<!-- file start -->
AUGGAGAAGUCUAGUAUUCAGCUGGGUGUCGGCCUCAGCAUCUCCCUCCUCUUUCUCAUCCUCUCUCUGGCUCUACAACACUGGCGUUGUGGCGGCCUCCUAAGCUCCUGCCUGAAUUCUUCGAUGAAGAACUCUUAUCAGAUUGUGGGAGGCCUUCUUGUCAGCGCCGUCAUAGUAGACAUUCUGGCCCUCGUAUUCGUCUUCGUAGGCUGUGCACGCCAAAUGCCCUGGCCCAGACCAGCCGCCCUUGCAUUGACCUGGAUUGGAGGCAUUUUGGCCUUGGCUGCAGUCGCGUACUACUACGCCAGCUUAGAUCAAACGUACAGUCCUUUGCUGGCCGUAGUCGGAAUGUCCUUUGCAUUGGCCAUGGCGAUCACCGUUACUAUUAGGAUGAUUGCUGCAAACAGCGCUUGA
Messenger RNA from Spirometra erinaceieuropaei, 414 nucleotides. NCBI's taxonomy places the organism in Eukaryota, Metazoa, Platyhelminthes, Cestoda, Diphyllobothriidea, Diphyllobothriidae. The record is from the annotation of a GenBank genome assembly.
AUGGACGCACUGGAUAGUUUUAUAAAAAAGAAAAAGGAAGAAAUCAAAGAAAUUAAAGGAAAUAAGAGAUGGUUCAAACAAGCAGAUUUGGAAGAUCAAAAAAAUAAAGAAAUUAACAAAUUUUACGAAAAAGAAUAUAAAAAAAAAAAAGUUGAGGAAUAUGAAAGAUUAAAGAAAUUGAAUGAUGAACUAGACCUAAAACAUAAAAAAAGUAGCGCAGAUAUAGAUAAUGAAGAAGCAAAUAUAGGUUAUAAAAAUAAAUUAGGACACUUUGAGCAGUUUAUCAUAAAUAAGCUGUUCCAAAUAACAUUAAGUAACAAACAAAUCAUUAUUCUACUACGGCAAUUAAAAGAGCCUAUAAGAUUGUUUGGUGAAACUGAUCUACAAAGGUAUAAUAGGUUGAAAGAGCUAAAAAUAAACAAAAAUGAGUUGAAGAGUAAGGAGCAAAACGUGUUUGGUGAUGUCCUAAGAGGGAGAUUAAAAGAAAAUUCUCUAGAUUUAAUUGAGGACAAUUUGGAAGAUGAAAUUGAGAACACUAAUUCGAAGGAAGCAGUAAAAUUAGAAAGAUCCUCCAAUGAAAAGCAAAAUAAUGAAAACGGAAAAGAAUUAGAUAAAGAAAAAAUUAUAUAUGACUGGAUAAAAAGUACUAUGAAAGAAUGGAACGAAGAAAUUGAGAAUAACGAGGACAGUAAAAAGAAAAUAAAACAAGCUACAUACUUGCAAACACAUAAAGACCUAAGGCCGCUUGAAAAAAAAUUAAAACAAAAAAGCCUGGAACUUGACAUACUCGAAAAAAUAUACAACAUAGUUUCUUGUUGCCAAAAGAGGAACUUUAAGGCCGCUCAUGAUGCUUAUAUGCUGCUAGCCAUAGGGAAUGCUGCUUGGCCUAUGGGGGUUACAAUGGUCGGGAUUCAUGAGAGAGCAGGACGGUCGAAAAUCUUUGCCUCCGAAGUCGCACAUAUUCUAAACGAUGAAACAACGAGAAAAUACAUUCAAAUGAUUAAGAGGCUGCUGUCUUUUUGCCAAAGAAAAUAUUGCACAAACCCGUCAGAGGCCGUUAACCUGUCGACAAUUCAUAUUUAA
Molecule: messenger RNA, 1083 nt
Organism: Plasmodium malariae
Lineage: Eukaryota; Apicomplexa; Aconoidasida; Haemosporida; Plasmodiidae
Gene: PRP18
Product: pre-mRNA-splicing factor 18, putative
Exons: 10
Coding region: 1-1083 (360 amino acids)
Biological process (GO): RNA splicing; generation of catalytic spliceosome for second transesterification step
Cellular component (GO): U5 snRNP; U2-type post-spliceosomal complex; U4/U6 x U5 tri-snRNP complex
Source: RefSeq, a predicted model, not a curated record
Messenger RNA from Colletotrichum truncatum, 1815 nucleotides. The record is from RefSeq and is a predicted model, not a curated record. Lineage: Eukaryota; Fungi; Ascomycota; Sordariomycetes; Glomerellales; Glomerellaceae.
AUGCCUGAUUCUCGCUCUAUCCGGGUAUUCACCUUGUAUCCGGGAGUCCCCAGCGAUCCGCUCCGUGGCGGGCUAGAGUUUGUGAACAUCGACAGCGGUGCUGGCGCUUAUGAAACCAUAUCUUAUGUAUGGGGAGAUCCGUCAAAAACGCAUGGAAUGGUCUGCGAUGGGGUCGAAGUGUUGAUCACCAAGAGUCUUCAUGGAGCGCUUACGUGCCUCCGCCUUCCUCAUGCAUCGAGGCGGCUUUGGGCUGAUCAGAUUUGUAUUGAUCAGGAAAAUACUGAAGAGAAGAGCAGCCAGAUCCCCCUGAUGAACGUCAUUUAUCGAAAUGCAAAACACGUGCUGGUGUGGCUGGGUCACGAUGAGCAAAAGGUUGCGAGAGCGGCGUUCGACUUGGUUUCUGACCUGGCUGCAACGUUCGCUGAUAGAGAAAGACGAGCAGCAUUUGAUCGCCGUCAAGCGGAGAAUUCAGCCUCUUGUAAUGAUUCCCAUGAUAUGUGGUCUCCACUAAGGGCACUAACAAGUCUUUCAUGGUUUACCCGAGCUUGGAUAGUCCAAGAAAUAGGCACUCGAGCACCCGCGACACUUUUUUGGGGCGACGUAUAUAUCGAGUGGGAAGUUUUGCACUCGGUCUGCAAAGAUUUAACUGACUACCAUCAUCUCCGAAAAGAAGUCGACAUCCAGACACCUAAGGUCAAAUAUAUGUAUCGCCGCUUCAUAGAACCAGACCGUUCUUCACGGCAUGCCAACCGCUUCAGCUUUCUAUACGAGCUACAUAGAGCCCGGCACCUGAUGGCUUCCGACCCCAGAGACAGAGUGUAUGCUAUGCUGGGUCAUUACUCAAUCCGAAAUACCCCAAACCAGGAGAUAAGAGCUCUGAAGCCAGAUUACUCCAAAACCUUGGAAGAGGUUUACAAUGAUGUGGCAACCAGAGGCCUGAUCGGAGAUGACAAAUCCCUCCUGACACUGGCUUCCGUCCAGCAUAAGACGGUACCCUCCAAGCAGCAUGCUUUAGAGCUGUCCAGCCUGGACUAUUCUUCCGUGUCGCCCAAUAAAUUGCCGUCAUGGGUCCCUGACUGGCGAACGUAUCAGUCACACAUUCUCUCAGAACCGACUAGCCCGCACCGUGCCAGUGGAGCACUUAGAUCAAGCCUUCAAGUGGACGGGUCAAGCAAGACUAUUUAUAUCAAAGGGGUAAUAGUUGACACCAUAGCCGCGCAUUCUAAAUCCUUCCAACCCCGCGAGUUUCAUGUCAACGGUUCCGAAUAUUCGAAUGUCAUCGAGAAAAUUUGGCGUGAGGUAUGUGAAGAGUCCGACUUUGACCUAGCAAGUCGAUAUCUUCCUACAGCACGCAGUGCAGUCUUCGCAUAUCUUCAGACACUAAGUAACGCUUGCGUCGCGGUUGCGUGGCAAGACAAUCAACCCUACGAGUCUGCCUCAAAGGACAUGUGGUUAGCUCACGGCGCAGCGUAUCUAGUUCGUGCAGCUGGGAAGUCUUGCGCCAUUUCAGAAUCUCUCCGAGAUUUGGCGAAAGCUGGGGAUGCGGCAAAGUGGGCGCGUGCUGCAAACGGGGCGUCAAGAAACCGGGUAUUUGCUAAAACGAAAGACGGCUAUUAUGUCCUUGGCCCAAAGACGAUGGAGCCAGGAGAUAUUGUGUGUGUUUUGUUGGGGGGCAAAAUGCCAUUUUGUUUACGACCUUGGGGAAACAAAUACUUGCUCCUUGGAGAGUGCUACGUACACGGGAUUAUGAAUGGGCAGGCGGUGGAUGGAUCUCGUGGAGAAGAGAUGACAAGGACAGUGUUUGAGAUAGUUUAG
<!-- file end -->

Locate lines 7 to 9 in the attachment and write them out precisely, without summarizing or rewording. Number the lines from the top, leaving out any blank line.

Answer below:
Gene: PRP18
Product: pre-mRNA-splicing factor 18, putative
Exons: 10